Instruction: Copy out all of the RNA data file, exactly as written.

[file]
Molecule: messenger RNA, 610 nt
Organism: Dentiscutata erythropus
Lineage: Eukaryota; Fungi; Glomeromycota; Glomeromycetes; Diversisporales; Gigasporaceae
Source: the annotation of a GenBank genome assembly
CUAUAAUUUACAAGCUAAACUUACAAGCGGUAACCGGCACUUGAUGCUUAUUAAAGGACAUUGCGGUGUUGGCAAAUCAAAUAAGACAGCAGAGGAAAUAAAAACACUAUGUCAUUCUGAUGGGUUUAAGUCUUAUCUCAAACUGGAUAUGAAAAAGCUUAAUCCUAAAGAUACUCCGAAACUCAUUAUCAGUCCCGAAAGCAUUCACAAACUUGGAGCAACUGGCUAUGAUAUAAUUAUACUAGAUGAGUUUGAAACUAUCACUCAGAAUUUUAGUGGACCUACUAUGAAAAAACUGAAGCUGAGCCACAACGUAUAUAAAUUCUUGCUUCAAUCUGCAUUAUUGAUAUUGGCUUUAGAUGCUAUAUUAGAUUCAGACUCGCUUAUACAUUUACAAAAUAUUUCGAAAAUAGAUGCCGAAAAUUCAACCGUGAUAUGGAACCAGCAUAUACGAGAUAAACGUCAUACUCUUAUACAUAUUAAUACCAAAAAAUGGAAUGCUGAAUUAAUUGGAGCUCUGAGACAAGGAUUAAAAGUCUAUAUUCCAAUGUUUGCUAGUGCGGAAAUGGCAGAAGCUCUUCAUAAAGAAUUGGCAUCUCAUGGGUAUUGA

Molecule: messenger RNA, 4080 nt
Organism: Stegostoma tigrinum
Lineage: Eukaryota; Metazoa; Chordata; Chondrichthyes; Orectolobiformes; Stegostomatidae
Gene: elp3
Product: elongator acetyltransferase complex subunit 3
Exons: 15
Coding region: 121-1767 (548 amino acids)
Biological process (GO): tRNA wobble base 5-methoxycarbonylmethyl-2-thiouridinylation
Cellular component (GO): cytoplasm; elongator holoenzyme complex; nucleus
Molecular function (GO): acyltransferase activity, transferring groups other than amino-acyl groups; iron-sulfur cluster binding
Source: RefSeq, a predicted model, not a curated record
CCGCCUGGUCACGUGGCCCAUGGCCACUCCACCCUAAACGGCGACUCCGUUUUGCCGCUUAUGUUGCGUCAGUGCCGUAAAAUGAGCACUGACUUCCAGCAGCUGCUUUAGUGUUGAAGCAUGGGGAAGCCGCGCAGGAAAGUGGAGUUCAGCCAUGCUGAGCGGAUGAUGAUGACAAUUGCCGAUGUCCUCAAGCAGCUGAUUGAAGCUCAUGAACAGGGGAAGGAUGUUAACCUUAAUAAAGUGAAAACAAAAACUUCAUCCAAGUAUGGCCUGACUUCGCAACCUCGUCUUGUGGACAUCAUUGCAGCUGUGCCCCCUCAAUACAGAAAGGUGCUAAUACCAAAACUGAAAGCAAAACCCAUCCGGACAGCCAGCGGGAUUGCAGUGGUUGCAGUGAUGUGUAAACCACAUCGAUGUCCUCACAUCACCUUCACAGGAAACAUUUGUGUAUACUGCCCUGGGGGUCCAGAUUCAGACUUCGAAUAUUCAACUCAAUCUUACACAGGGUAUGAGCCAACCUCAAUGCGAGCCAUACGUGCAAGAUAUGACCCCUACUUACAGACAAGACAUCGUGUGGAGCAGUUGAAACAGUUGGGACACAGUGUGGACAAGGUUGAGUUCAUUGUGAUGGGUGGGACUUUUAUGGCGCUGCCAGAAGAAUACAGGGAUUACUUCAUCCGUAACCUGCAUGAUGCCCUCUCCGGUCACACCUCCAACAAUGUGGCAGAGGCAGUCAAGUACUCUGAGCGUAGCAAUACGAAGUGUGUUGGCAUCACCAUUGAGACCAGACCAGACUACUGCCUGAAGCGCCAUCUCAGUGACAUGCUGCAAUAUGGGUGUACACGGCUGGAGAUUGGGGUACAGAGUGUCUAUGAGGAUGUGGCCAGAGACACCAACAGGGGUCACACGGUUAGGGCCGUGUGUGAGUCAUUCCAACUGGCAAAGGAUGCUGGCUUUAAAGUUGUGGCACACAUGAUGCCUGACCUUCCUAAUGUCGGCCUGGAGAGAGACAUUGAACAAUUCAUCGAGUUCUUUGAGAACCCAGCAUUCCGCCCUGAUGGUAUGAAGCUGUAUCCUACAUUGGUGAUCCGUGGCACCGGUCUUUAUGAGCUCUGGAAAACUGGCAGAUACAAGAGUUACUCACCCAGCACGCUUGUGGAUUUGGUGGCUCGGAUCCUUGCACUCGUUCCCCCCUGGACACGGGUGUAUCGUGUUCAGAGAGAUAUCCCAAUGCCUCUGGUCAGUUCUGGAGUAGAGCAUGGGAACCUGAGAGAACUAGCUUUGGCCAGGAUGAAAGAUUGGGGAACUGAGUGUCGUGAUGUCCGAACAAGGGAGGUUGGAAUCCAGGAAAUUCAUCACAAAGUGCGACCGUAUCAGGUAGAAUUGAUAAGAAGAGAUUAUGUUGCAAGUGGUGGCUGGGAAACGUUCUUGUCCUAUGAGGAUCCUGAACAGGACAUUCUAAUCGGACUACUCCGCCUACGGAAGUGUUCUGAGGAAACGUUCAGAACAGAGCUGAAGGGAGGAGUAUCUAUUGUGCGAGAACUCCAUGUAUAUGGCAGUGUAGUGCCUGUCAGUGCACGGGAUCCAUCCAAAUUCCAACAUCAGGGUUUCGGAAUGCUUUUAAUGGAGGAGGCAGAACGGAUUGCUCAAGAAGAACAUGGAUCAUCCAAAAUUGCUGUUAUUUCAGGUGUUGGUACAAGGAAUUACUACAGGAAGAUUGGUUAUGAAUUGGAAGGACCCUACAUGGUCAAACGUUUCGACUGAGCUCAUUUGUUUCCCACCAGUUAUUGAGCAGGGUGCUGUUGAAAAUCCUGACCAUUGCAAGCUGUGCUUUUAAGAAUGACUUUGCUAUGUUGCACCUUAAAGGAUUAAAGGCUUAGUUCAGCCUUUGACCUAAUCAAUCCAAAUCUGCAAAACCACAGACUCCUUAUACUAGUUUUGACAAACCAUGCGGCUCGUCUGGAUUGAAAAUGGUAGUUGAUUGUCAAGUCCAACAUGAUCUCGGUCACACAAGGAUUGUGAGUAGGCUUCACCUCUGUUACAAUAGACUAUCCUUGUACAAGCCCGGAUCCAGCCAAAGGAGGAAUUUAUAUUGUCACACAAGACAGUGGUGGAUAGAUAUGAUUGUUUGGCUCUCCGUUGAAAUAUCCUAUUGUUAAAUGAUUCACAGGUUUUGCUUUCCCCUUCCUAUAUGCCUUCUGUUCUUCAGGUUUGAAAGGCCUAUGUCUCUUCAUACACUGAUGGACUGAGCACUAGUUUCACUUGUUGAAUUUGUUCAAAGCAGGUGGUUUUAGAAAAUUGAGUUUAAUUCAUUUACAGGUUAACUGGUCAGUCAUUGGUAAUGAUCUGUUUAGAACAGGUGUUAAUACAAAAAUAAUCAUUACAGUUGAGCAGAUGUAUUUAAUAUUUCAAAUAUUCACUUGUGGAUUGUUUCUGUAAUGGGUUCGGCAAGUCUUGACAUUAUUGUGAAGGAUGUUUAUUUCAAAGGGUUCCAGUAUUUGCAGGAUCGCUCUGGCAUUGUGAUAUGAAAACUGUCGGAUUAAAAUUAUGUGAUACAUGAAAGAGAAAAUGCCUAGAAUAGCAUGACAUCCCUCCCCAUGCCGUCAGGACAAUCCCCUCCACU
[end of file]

Molecule: messenger RNA, 610 nt
Organism: Dentiscutata erythropus
Lineage: Eukaryota; Fungi; Glomeromycota; Glomeromycetes; Diversisporales; Gigasporaceae
Source: the annotation of a GenBank genome assembly
CUAUAAUUUACAAGCUAAACUUACAAGCGGUAACCGGCACUUGAUGCUUAUUAAAGGACAUUGCGGUGUUGGCAAAUCAAAUAAGACAGCAGAGGAAAUAAAAACACUAUGUCAUUCUGAUGGGUUUAAGUCUUAUCUCAAACUGGAUAUGAAAAAGCUUAAUCCUAAAGAUACUCCGAAACUCAUUAUCAGUCCCGAAAGCAUUCACAAACUUGGAGCAACUGGCUAUGAUAUAAUUAUACUAGAUGAGUUUGAAACUAUCACUCAGAAUUUUAGUGGACCUACUAUGAAAAAACUGAAGCUGAGCCACAACGUAUAUAAAUUCUUGCUUCAAUCUGCAUUAUUGAUAUUGGCUUUAGAUGCUAUAUUAGAUUCAGACUCGCUUAUACAUUUACAAAAUAUUUCGAAAAUAGAUGCCGAAAAUUCAACCGUGAUAUGGAACCAGCAUAUACGAGAUAAACGUCAUACUCUUAUACAUAUUAAUACCAAAAAAUGGAAUGCUGAAUUAAUUGGAGCUCUGAGACAAGGAUUAAAAGUCUAUAUUCCAAUGUUUGCUAGUGCGGAAAUGGCAGAAGCUCUUCAUAAAGAAUUGGCAUCUCAUGGGUAUUGA

Molecule: messenger RNA, 4080 nt
Organism: Stegostoma tigrinum
Lineage: Eukaryota; Metazoa; Chordata; Chondrichthyes; Orectolobiformes; Stegostomatidae
Gene: elp3
Product: elongator acetyltransferase complex subunit 3
Exons: 15
Coding region: 121-1767 (548 amino acids)
Biological process (GO): tRNA wobble base 5-methoxycarbonylmethyl-2-thiouridinylation
Cellular component (GO): cytoplasm; elongator holoenzyme complex; nucleus
Molecular function (GO): acyltransferase activity, transferring groups other than amino-acyl groups; iron-sulfur cluster binding
Source: RefSeq, a predicted model, not a curated record
CCGCCUGGUCACGUGGCCCAUGGCCACUCCACCCUAAACGGCGACUCCGUUUUGCCGCUUAUGUUGCGUCAGUGCCGUAAAAUGAGCACUGACUUCCAGCAGCUGCUUUAGUGUUGAAGCAUGGGGAAGCCGCGCAGGAAAGUGGAGUUCAGCCAUGCUGAGCGGAUGAUGAUGACAAUUGCCGAUGUCCUCAAGCAGCUGAUUGAAGCUCAUGAACAGGGGAAGGAUGUUAACCUUAAUAAAGUGAAAACAAAAACUUCAUCCAAGUAUGGCCUGACUUCGCAACCUCGUCUUGUGGACAUCAUUGCAGCUGUGCCCCCUCAAUACAGAAAGGUGCUAAUACCAAAACUGAAAGCAAAACCCAUCCGGACAGCCAGCGGGAUUGCAGUGGUUGCAGUGAUGUGUAAACCACAUCGAUGUCCUCACAUCACCUUCACAGGAAACAUUUGUGUAUACUGCCCUGGGGGUCCAGAUUCAGACUUCGAAUAUUCAACUCAAUCUUACACAGGGUAUGAGCCAACCUCAAUGCGAGCCAUACGUGCAAGAUAUGACCCCUACUUACAGACAAGACAUCGUGUGGAGCAGUUGAAACAGUUGGGACACAGUGUGGACAAGGUUGAGUUCAUUGUGAUGGGUGGGACUUUUAUGGCGCUGCCAGAAGAAUACAGGGAUUACUUCAUCCGUAACCUGCAUGAUGCCCUCUCCGGUCACACCUCCAACAAUGUGGCAGAGGCAGUCAAGUACUCUGAGCGUAGCAAUACGAAGUGUGUUGGCAUCACCAUUGAGACCAGACCAGACUACUGCCUGAAGCGCCAUCUCAGUGACAUGCUGCAAUAUGGGUGUACACGGCUGGAGAUUGGGGUACAGAGUGUCUAUGAGGAUGUGGCCAGAGACACCAACAGGGGUCACACGGUUAGGGCCGUGUGUGAGUCAUUCCAACUGGCAAAGGAUGCUGGCUUUAAAGUUGUGGCACACAUGAUGCCUGACCUUCCUAAUGUCGGCCUGGAGAGAGACAUUGAACAAUUCAUCGAGUUCUUUGAGAACCCAGCAUUCCGCCCUGAUGGUAUGAAGCUGUAUCCUACAUUGGUGAUCCGUGGCACCGGUCUUUAUGAGCUCUGGAAAACUGGCAGAUACAAGAGUUACUCACCCAGCACGCUUGUGGAUUUGGUGGCUCGGAUCCUUGCACUCGUUCCCCCCUGGACACGGGUGUAUCGUGUUCAGAGAGAUAUCCCAAUGCCUCUGGUCAGUUCUGGAGUAGAGCAUGGGAACCUGAGAGAACUAGCUUUGGCCAGGAUGAAAGAUUGGGGAACUGAGUGUCGUGAUGUCCGAACAAGGGAGGUUGGAAUCCAGGAAAUUCAUCACAAAGUGCGACCGUAUCAGGUAGAAUUGAUAAGAAGAGAUUAUGUUGCAAGUGGUGGCUGGGAAACGUUCUUGUCCUAUGAGGAUCCUGAACAGGACAUUCUAAUCGGACUACUCCGCCUACGGAAGUGUUCUGAGGAAACGUUCAGAACAGAGCUGAAGGGAGGAGUAUCUAUUGUGCGAGAACUCCAUGUAUAUGGCAGUGUAGUGCCUGUCAGUGCACGGGAUCCAUCCAAAUUCCAACAUCAGGGUUUCGGAAUGCUUUUAAUGGAGGAGGCAGAACGGAUUGCUCAAGAAGAACAUGGAUCAUCCAAAAUUGCUGUUAUUUCAGGUGUUGGUACAAGGAAUUACUACAGGAAGAUUGGUUAUGAAUUGGAAGGACCCUACAUGGUCAAACGUUUCGACUGAGCUCAUUUGUUUCCCACCAGUUAUUGAGCAGGGUGCUGUUGAAAAUCCUGACCAUUGCAAGCUGUGCUUUUAAGAAUGACUUUGCUAUGUUGCACCUUAAAGGAUUAAAGGCUUAGUUCAGCCUUUGACCUAAUCAAUCCAAAUCUGCAAAACCACAGACUCCUUAUACUAGUUUUGACAAACCAUGCGGCUCGUCUGGAUUGAAAAUGGUAGUUGAUUGUCAAGUCCAACAUGAUCUCGGUCACACAAGGAUUGUGAGUAGGCUUCACCUCUGUUACAAUAGACUAUCCUUGUACAAGCCCGGAUCCAGCCAAAGGAGGAAUUUAUAUUGUCACACAAGACAGUGGUGGAUAGAUAUGAUUGUUUGGCUCUCCGUUGAAAUAUCCUAUUGUUAAAUGAUUCACAGGUUUUGCUUUCCCCUUCCUAUAUGCCUUCUGUUCUUCAGGUUUGAAAGGCCUAUGUCUCUUCAUACACUGAUGGACUGAGCACUAGUUUCACUUGUUGAAUUUGUUCAAAGCAGGUGGUUUUAGAAAAUUGAGUUUAAUUCAUUUACAGGUUAACUGGUCAGUCAUUGGUAAUGAUCUGUUUAGAACAGGUGUUAAUACAAAAAUAAUCAUUACAGUUGAGCAGAUGUAUUUAAUAUUUCAAAUAUUCACUUGUGGAUUGUUUCUGUAAUGGGUUCGGCAAGUCUUGACAUUAUUGUGAAGGAUGUUUAUUUCAAAGGGUUCCAGUAUUUGCAGGAUCGCUCUGGCAUUGUGAUAUGAAAACUGUCGGAUUAAAAUUAUGUGAUACAUGAAAGAGAAAAUGCCUAGAAUAGCAUGACAUCCCUCCCCAUGCCGUCAGGACAAUCCCCUCCACU